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What are fundamental moral issues that need to be addressed?

As the U.S. bishops explain in Forming Consciences for Faithful Citizenship (FCFC), the challenges facing our nation are many. However, as the 2015 FCFC “Introductory Note” points out, nine areas are particularly pressing at this time:

* The ongoing destruction of over one million innocent human lives each year by abortion.

* Physician-assisted suicide.

* The redefinition of marriage – the vital cell of society – by the courts, political bodies, and increasingly by American culture itself.

* The excessive consumption of material goods and the destruction of natural resources, which harm both the environment and the poor.

* The deadly attacks on fellow Christians and religious minorities throughout the world.

* The narrowing redefinition of religious freedom, which threatens both individual conscience and the freedom of the Church to serve.

* Economic policies that fail to prioritize the poor, at home and abroad.

* A broken immigration system and a worldwide refugee crisis.

* Wars, terror, and violence that threaten every aspect of human life and dignity.

Why is protecting the unborn of such great importance?

As Pope Francis explains, “Among the vulnerable for whom the Church wishes to care with particular love and concern are unborn children, the most defenceless and innocent among us. Nowadays efforts are made to deny them their human dignity and to do with them whatever one pleases, taking their lives and passing laws preventing anyone from standing in the way of this…. [T]his defence of unborn life is closely linked to the defence of each and every other human right. It involves the conviction that a human being is always sacred and inviolable, in any situation and at every stage of development.” (Evangelii Gaudium, 213)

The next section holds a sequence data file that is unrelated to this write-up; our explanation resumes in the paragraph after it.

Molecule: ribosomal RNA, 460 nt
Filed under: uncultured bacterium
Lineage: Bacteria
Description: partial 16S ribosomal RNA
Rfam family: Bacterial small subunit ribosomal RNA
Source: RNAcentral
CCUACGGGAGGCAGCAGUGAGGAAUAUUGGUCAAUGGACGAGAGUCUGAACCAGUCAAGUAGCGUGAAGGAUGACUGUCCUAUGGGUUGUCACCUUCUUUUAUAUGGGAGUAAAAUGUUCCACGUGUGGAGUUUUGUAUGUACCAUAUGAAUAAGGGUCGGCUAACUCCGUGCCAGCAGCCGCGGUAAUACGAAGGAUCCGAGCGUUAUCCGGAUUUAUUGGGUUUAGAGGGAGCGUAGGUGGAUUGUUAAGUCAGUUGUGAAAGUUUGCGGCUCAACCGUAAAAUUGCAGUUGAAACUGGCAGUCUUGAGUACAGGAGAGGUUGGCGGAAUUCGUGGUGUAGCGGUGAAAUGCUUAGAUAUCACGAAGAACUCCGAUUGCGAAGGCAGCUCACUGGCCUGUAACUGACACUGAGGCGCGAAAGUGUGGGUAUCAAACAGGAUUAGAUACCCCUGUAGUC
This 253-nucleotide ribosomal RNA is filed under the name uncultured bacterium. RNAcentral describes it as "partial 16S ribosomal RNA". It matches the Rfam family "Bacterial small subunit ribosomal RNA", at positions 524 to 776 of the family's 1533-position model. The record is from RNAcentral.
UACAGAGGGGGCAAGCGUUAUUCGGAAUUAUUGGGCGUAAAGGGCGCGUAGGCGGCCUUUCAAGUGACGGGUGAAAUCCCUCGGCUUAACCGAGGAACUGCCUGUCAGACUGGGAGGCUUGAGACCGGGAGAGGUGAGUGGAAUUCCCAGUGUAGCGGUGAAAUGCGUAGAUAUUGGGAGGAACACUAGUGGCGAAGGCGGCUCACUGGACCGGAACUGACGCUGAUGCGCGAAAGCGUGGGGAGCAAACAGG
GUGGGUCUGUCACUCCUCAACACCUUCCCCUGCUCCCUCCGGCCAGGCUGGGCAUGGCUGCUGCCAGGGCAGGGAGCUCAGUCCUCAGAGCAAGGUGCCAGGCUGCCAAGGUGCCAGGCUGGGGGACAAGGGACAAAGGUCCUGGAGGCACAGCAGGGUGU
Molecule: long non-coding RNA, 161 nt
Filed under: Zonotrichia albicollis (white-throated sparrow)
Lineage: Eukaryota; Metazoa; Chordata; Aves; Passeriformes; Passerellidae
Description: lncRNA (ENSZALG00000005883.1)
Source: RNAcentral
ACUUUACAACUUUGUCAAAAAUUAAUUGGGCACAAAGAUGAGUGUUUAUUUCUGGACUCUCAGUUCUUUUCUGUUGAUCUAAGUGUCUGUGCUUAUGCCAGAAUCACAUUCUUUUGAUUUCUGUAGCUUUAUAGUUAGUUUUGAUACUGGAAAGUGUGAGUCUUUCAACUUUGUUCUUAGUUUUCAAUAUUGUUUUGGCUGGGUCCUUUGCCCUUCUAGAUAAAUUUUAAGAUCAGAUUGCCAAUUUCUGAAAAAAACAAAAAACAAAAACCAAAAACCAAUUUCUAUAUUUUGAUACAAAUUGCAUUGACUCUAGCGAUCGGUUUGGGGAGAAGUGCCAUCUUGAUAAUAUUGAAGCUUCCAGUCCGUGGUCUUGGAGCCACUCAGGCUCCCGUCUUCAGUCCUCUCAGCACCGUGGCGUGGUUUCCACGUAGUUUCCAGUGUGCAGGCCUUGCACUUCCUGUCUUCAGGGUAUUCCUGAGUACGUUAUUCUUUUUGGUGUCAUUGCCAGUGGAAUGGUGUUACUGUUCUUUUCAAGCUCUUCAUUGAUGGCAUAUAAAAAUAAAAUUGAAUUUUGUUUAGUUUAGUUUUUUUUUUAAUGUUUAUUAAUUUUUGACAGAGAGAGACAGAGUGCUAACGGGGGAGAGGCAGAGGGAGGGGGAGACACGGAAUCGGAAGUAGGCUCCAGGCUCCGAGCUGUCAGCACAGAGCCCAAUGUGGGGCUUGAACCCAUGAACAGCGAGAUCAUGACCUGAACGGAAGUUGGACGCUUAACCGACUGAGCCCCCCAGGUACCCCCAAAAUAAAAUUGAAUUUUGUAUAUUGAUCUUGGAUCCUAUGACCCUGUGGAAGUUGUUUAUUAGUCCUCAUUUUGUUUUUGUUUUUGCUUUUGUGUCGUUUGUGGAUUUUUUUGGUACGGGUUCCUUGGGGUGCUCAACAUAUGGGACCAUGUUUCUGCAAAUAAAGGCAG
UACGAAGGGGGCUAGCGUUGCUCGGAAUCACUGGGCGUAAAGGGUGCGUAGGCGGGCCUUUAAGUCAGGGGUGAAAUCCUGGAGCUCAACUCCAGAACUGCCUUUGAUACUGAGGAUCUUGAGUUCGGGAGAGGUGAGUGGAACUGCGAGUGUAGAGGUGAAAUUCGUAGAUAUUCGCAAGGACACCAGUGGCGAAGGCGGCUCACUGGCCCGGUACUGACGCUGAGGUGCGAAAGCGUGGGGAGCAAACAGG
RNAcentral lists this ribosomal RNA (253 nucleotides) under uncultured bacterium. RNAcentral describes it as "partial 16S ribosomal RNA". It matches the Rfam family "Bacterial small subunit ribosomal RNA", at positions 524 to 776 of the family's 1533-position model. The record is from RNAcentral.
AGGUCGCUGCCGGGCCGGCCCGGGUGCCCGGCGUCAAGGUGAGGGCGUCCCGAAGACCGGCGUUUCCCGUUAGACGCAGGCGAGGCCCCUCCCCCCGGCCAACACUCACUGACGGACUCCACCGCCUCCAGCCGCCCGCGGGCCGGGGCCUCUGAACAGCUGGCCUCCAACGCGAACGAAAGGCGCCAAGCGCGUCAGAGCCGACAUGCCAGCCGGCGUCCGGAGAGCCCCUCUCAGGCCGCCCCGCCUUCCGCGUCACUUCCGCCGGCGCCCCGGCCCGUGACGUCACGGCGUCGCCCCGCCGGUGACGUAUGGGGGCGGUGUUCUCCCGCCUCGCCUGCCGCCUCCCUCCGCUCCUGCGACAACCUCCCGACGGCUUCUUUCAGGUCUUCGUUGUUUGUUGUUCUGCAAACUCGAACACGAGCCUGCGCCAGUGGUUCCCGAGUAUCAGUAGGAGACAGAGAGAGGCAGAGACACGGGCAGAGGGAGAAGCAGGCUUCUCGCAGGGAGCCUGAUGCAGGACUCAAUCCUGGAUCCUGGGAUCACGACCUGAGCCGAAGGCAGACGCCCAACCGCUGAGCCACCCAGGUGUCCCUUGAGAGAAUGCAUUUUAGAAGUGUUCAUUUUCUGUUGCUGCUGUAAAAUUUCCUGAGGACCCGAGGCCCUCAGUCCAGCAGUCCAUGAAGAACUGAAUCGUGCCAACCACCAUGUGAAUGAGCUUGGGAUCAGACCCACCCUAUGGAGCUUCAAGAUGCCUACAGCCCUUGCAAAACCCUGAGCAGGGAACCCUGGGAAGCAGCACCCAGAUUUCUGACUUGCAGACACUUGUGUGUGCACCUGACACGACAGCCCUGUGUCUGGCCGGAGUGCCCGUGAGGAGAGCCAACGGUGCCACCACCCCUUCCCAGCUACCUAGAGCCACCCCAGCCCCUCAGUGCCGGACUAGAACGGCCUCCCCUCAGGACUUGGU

What about other human rights?

“The right to life implies and is linked to other human rights – to the basic goods that every human person needs to live and thrive. All the life issues are connected, for erosion of respect for the life of any individual or group in society necessarily diminishes respect for all life. The moral imperative to respond to the needs of our neighbors – basic needs such as food, shelter, health care, education, and meaningful work – is universally binding on our consciences and may be legitimately fulfilled by a variety of means. Catholics must seek the best ways to respond to these needs.” (FCFC, 25)

“Catholic teaching about the dignity of life calls us to oppose torture, unjust war, and the indiscriminate use of drones for violent purposes; to prevent genocide and attacks against noncombatants; to oppose racism; to oppose human trafficking; and to overcome poverty and suffering. Nations are called to protect the right to life by seeking effective ways to combat evil and terror without resorting to armed conflicts except as a last resort after all peaceful means have failed, and to end the use of the death penalty as a means of protecting society from violent crime. We revere the lives of children in the womb, the lives of persons dying in war and from starvation, and indeed the lives of all human beings as children of God. We stand opposed to these and all activities that contribute to what Pope Francis has called ‘a throwaway culture.’” (FCFC, 45)